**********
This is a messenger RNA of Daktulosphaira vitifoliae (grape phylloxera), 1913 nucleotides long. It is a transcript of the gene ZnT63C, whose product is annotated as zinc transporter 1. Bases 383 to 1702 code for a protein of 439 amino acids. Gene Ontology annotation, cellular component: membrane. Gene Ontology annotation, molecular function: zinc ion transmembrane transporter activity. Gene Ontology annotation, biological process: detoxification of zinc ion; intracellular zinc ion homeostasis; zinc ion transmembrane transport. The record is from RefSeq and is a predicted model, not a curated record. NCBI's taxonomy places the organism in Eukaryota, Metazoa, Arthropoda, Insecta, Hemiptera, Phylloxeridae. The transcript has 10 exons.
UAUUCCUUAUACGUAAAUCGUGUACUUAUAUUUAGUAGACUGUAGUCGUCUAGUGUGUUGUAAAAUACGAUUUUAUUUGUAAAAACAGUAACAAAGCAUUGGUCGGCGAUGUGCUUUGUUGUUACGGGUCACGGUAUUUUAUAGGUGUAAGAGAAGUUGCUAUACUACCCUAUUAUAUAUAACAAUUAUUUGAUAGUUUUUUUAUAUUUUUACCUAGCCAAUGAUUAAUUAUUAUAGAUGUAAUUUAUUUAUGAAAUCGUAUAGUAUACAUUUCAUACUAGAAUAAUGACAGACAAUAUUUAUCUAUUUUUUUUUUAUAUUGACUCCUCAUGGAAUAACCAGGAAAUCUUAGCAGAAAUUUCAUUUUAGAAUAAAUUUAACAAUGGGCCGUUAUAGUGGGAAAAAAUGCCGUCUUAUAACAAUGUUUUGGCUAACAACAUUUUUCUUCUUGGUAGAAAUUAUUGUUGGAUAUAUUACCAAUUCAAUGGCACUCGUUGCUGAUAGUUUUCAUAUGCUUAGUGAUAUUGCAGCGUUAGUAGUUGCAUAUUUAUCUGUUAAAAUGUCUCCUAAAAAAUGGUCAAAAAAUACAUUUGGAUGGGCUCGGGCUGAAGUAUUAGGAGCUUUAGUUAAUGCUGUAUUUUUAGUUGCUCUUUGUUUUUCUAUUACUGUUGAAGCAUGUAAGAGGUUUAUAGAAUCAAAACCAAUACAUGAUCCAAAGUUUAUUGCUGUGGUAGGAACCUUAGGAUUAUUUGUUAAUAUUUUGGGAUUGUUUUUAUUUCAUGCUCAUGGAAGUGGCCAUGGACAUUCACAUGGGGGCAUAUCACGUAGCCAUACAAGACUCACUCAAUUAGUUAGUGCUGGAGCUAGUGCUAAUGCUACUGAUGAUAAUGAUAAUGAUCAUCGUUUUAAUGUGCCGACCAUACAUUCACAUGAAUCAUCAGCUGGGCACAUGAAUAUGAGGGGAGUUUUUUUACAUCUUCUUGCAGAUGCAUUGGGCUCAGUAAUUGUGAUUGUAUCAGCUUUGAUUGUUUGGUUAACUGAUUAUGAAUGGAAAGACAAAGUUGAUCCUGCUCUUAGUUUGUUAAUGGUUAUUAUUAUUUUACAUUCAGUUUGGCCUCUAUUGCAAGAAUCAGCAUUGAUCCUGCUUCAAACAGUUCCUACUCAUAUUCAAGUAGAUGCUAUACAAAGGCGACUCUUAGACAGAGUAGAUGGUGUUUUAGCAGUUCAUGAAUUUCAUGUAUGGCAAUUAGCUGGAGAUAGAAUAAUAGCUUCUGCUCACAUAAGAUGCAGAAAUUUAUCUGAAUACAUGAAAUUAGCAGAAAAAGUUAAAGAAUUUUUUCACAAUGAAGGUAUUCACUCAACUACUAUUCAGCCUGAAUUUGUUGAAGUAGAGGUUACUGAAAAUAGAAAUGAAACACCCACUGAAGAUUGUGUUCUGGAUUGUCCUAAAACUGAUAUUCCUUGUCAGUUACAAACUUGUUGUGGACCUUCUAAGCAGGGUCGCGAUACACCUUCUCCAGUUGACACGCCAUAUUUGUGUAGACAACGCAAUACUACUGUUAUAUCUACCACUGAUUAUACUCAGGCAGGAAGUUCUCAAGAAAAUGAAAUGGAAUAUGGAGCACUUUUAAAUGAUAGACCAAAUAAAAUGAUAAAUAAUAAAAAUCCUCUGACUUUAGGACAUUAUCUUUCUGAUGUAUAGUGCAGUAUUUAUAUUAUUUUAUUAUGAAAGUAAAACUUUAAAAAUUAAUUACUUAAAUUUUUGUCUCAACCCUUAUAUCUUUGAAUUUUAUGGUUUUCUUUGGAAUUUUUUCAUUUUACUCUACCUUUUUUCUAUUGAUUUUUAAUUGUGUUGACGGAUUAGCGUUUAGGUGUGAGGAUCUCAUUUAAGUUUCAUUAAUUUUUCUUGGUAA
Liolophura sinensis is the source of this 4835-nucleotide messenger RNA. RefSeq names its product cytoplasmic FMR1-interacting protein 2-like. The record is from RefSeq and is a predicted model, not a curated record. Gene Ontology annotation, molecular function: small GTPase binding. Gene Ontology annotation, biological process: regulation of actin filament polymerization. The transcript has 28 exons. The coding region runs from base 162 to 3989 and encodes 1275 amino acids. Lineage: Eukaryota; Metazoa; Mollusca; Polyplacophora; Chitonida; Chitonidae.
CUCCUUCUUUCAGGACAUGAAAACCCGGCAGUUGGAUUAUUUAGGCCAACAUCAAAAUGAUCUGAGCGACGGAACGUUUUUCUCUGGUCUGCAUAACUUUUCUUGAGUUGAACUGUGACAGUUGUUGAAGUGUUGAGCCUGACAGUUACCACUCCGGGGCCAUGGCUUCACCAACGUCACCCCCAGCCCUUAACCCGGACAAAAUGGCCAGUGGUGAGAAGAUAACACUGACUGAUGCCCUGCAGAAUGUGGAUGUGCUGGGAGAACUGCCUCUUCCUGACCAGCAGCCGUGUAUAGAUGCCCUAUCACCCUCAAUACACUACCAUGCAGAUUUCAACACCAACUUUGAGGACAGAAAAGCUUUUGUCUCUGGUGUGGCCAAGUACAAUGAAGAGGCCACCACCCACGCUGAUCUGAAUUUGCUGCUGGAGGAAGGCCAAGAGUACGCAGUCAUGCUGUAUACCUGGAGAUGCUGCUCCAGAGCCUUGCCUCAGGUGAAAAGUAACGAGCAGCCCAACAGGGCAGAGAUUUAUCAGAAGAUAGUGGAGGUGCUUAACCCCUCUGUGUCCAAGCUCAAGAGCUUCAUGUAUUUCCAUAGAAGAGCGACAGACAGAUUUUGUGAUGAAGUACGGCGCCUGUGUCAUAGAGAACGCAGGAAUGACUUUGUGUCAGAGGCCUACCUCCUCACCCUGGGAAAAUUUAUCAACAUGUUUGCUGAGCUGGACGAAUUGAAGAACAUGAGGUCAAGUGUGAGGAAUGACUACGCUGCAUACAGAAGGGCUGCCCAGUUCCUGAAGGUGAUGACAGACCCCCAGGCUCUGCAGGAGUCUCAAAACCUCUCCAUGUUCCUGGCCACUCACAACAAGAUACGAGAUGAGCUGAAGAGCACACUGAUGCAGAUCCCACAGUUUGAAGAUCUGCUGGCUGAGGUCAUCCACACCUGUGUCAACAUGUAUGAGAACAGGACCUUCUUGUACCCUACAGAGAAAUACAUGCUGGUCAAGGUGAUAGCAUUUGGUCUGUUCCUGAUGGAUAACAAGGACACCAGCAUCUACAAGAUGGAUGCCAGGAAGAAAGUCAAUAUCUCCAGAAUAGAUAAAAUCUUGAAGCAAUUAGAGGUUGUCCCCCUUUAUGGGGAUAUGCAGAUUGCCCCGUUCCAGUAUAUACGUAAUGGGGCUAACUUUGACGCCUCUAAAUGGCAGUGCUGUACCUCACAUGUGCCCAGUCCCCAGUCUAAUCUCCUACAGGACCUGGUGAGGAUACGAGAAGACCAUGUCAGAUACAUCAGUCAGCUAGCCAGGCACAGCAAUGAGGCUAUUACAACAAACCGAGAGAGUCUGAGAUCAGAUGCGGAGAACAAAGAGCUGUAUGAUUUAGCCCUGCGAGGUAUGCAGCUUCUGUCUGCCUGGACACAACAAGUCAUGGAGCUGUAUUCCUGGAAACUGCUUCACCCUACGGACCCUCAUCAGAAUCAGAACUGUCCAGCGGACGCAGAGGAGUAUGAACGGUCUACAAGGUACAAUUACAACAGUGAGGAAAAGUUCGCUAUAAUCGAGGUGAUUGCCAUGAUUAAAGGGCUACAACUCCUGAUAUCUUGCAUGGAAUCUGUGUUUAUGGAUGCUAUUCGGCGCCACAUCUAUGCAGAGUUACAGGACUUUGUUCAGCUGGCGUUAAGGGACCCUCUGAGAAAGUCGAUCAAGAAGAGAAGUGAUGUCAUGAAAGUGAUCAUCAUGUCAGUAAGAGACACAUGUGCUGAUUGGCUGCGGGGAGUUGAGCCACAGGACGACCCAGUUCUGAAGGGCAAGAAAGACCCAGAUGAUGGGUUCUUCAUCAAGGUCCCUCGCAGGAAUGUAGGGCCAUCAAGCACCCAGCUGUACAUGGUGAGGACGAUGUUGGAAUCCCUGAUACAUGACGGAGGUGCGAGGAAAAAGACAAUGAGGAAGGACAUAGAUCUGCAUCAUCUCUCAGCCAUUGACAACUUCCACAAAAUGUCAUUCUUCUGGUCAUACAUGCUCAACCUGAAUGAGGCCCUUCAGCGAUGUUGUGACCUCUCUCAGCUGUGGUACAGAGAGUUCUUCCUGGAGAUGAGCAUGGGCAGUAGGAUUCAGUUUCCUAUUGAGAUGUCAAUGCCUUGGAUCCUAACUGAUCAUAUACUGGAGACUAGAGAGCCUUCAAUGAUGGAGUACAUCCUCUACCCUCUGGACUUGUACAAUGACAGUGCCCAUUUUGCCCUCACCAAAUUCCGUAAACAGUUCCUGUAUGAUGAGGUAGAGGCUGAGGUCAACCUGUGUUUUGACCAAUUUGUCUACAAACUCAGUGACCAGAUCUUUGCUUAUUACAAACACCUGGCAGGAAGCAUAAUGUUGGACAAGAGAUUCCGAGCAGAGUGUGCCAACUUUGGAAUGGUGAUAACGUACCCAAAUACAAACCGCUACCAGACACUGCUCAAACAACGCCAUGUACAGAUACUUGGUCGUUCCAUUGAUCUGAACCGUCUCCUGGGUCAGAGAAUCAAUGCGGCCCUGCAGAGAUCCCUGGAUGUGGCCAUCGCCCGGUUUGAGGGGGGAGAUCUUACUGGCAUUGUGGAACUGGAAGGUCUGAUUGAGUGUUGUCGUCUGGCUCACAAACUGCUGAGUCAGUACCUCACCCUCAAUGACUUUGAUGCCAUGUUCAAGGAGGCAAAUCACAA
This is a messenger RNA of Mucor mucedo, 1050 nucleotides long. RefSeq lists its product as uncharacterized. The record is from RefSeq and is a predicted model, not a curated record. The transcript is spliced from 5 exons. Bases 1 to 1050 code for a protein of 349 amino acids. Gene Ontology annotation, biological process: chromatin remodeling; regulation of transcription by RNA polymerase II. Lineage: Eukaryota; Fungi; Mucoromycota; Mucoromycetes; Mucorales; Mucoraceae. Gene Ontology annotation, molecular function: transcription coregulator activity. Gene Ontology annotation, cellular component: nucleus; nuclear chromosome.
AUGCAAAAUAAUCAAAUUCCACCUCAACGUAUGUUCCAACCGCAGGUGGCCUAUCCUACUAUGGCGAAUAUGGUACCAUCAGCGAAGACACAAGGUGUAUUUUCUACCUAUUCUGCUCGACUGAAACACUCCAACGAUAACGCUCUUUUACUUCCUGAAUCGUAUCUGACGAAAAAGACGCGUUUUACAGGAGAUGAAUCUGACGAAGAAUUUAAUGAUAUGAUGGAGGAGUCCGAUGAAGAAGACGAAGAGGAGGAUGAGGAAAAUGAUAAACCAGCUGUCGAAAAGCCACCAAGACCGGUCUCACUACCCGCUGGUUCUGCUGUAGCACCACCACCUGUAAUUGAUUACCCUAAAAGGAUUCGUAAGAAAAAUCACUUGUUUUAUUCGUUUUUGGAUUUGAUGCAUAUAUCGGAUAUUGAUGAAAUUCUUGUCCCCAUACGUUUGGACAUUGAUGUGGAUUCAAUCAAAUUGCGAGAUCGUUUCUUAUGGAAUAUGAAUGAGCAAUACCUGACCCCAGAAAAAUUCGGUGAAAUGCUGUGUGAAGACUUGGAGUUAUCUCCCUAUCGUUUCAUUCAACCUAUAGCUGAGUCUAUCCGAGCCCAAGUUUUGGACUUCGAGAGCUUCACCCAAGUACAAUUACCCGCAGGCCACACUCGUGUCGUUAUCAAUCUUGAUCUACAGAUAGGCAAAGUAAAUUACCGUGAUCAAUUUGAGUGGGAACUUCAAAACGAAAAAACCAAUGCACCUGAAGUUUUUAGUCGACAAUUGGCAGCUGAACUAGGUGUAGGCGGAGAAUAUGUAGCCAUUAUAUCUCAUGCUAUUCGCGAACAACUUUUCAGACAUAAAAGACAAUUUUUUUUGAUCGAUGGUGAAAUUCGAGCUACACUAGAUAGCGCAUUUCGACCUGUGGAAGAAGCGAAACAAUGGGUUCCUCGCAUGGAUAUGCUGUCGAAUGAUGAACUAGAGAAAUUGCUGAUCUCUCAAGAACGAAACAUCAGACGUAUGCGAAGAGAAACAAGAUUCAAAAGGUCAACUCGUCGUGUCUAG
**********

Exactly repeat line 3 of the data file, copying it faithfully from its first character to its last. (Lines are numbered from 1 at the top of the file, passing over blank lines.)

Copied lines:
Liolophura sinensis is the source of this 4835-nucleotide messenger RNA. RefSeq names its product cytoplasmic FMR1-interacting protein 2-like. The record is from RefSeq and is a predicted model, not a curated record. Gene Ontology annotation, molecular function: small GTPase binding. Gene Ontology annotation, biological process: regulation of actin filament polymerization. The transcript has 28 exons. The coding region runs from base 162 to 3989 and encodes 1275 amino acids. Lineage: Eukaryota; Metazoa; Mollusca; Polyplacophora; Chitonida; Chitonidae.